The author of Booker-Prize-winning Prophet Song, a dystopian novel about the rise of a fascist regime in Dublin, has said the energy that fuelled last week’s riots in the city “is always there”.
But Paul Lynch, who was awarded the prestigious Booker Prize on Sunday, said he wasn’t trying to make predictions about the rise of the far-right in Ireland.
Mr Lynch, who lives in Dublin, told Sky News: “I think that type of energy is always there. The question is what becomes of it or how it’s channelled.
“We find ourselves in Ireland now where we do have a far-right presence. We need to think about that and what that means.
“Does it mean Prophet Song happening? I don’t truly believe so but we must be asking questions.”
Mr Lynch’s novel is set in a counterfactual Ireland which is ruled by a totalitarian regime. It centres around Eilish Stack, a mother-of-four forced to protect her family after her union leader husband “disappeared”.
But the Booker Prize judges were separately forced to defend their decision to award the prize to Mr Lynch.
Chairwoman of the 2023 judges Esi Edugyan said in a press conference that Thursday’s riots in Dublin were “mentioned at some point” during deliberations on Saturday, adding: “I really have to stress that that was not the reason that Prophet Song won the prize.”
She said: “It wasn’t the central factor. It was in the discussion, I will admit that this was something that did get raised. But this is a literary prize for the most polished, accomplished work of literature published in the UK and Ireland this year and that was the guiding principle – does this book succeed artistically?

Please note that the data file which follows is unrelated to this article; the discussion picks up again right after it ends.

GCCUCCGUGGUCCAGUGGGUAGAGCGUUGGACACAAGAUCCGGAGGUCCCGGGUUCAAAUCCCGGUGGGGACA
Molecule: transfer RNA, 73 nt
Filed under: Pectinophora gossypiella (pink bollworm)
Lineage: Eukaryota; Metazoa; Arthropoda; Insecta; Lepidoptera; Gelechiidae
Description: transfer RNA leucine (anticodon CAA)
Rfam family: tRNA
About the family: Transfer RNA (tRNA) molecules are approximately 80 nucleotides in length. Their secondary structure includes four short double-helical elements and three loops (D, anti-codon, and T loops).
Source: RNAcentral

“One cannot let world events dictate what it is that one chooses as the best novel published in English that year.”
The period in which 46-year-old Lynch wrote his fifth novel, from 2018 until 2022, was a time of great adversity for both himself and the world. He was diagnosed with a kidney tumour, contracted long COVID and separated from his wife.
But he was spurred on to write his Booker Prize-winning book by the Syrian civil war and subsequent refugee crisis.
“It’s pretty normal for most of us when we’re watching the news to be desensitised by what we’re watching, because we’ve been bombarded by the spectacle for decades,” he said.
“It’s the nature of all of us to put up our self defences, because if we were truly able to take on what we’re watching, we wouldn’t be able to get out of bed in the morning.
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“I think writers of fiction have a duty to get us out of our worlds and into other worlds. In Prophet Song, that’s what I’m doing. I’m placing you and transposing the reality that’s alien to Ireland.
“We do have a failure of imagination when it comes to truly understanding what makes somebody, for example, get on those boats with a child. In many ways, we don’t quite understand the complexities of what’s involved in getting a person to that point.
“And so Prophet Song was my own way of understanding this, of asking these questions so I could understand… for any of us to leave home willingly, it’s one of the most difficult decisions you’ll ever make in your life. And usually you’re forced to do it.”
The dystopian nature of Lynch’s fifth book was a left turn from his first four – something he plans to repeat after completing the obligations of “wearing the Booker tiara”.
“I’m going to come back with something totally weird and strange. There’s nothing else to do when you win the Booker but to go off track. That’s the only response,” he said.
Mr Lynch beat Paul Murray’s The Bee Sting, Sarah Bernstein’s Study For Obedience, Paul Harding’s This Other Eden, Chetna Maroo’s Western Lane and Jonathan Escoffery’s If I Survive You to take home a £50,000 prize – which he said will go towards his mortgage.
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